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Friday, January 4, 2013

How to Stipple Wood

Everything should be made as simple as possible, but not simpler.

Albert Einstein, scientist, mathematician



This morning I spent several hours grinding and filing on a spike (large nail) with the idea that in the end, I would have several wood stippling tools, also known as background punches.

The peg heads on the guitars made by Hernandez y Aguado have carving channels on them that are stippled, and since I am making a very close copy of such of a guitar I need to figure out how to do the stippling.





Since I no longer have my leather carving tools and those stipple tools (available at brownells.com) cost about $27, excluding tax,




I thought that I would make my own. They work, but not the way I wanted them to, and I found out that it is really hard to stipple bubinga! That is what I was practicing on.


Off to the computer and the world of the Internet and after a little research I found this article. Reid Cofffield's article was very helpful, I went out to the shop and quickly ground some 16 penny box nails I have. I need to find some stouter 16 penny commons or bigger and try them. You can see the how the stippling looks on the bubinga which is what the Indian rosewood is resting on.




In this photo you can see the points I ground and the results of stippling on a piece of Indian rosewood. This solution was far simpler than the other punches. Now, I need to practice some more and try other shaped nails for the work.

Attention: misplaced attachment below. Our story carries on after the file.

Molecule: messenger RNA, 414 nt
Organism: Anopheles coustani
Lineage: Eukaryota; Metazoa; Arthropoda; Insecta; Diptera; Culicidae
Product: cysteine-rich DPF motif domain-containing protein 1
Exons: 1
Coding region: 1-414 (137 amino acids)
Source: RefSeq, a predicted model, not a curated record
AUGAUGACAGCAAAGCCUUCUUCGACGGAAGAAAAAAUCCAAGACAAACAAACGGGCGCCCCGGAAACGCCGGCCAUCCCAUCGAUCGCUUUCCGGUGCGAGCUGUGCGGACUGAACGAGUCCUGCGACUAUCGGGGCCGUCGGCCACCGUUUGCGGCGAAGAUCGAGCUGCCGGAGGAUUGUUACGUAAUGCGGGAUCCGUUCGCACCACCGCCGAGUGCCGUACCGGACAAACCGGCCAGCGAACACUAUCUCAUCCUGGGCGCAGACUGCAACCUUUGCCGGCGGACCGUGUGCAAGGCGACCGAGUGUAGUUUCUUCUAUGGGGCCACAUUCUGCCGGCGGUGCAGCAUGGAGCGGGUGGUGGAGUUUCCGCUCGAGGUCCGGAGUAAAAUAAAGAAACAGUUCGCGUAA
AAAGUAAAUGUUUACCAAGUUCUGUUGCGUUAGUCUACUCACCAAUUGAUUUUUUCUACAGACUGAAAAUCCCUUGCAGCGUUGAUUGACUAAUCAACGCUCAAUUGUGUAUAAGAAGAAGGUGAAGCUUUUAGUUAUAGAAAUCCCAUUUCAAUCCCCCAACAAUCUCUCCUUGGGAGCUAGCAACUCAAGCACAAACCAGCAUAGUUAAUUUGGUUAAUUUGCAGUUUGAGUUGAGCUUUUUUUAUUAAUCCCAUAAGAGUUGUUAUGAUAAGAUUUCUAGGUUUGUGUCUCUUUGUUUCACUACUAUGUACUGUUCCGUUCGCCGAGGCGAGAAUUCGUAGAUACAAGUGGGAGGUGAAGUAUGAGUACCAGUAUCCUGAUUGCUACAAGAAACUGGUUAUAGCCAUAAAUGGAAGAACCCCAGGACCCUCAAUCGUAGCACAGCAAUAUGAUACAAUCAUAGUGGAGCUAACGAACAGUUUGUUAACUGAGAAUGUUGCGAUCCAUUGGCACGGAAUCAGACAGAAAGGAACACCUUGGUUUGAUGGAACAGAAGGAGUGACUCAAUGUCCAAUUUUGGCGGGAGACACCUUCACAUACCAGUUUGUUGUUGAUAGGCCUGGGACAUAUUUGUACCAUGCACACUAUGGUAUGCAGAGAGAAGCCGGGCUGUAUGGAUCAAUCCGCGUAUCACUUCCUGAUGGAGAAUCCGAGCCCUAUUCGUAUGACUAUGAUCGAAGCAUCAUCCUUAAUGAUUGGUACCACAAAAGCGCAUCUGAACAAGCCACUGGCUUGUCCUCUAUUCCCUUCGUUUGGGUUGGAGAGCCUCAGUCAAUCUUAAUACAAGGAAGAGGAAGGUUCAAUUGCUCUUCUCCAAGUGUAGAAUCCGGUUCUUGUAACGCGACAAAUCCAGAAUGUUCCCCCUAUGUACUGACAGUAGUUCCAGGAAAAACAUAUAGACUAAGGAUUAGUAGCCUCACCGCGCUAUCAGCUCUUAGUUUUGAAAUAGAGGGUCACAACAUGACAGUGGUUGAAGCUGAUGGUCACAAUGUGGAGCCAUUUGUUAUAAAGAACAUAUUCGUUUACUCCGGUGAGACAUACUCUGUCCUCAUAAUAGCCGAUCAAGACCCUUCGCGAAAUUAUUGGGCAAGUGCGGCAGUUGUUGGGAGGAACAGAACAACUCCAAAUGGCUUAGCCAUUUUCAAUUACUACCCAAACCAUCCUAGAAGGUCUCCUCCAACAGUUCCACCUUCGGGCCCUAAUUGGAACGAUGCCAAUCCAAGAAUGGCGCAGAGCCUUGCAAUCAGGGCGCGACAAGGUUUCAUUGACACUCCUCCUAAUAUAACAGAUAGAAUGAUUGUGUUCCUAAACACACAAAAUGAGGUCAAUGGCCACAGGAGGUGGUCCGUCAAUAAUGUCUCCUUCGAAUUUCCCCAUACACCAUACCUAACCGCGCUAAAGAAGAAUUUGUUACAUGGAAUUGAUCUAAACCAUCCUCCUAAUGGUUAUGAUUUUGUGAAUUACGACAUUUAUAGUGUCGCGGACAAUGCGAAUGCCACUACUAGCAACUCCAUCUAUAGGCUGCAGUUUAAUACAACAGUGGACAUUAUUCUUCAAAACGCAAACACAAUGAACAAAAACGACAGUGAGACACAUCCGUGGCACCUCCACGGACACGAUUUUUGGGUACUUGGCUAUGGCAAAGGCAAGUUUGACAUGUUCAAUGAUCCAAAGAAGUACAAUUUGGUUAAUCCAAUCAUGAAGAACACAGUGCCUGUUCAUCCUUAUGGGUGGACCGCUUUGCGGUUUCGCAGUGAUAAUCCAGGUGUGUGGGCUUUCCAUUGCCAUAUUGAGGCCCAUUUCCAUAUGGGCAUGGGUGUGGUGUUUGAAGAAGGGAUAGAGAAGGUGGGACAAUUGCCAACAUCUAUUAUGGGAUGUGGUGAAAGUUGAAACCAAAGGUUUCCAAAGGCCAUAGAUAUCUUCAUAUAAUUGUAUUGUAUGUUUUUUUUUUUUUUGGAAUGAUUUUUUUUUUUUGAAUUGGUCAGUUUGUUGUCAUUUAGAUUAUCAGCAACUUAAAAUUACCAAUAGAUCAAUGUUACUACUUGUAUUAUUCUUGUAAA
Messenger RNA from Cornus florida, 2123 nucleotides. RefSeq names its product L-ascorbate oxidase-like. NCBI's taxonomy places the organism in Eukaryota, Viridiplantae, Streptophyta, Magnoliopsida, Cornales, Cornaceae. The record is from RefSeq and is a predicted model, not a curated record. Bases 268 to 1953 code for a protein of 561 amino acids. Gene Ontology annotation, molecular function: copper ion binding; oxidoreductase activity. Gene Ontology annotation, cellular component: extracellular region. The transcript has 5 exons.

Here's a YouTube of Anders Miolin on his 13 string guitar made by Ermanno Chiavi





4 comments:

Theodore Scott said...

For anyone looking for other options, I use the Henry Tayler punches at: http://thebestthings.com/newtools/henry_taylor_punches.htm

But I plan to make my own soon too.

Chuck said...

I have made a number of punches for different applications by grinding hardened masonry nails to the shape desired. Just don't get them hot enough to anneal the point!

Rob said...

Hi Wilson,
I like this technique a lot - it adds a really interesting texture to the wood. Thanks for the link to that article. Great to discover something else to do with the humble hammer and nail.
Cheers, Rob

Wilson Burnham said...

Thanks for the comments everyone! I first thought about using the masonry nails but didn't have any in my tool bags! There is one other source for the punches that I will post as soon as I can find it!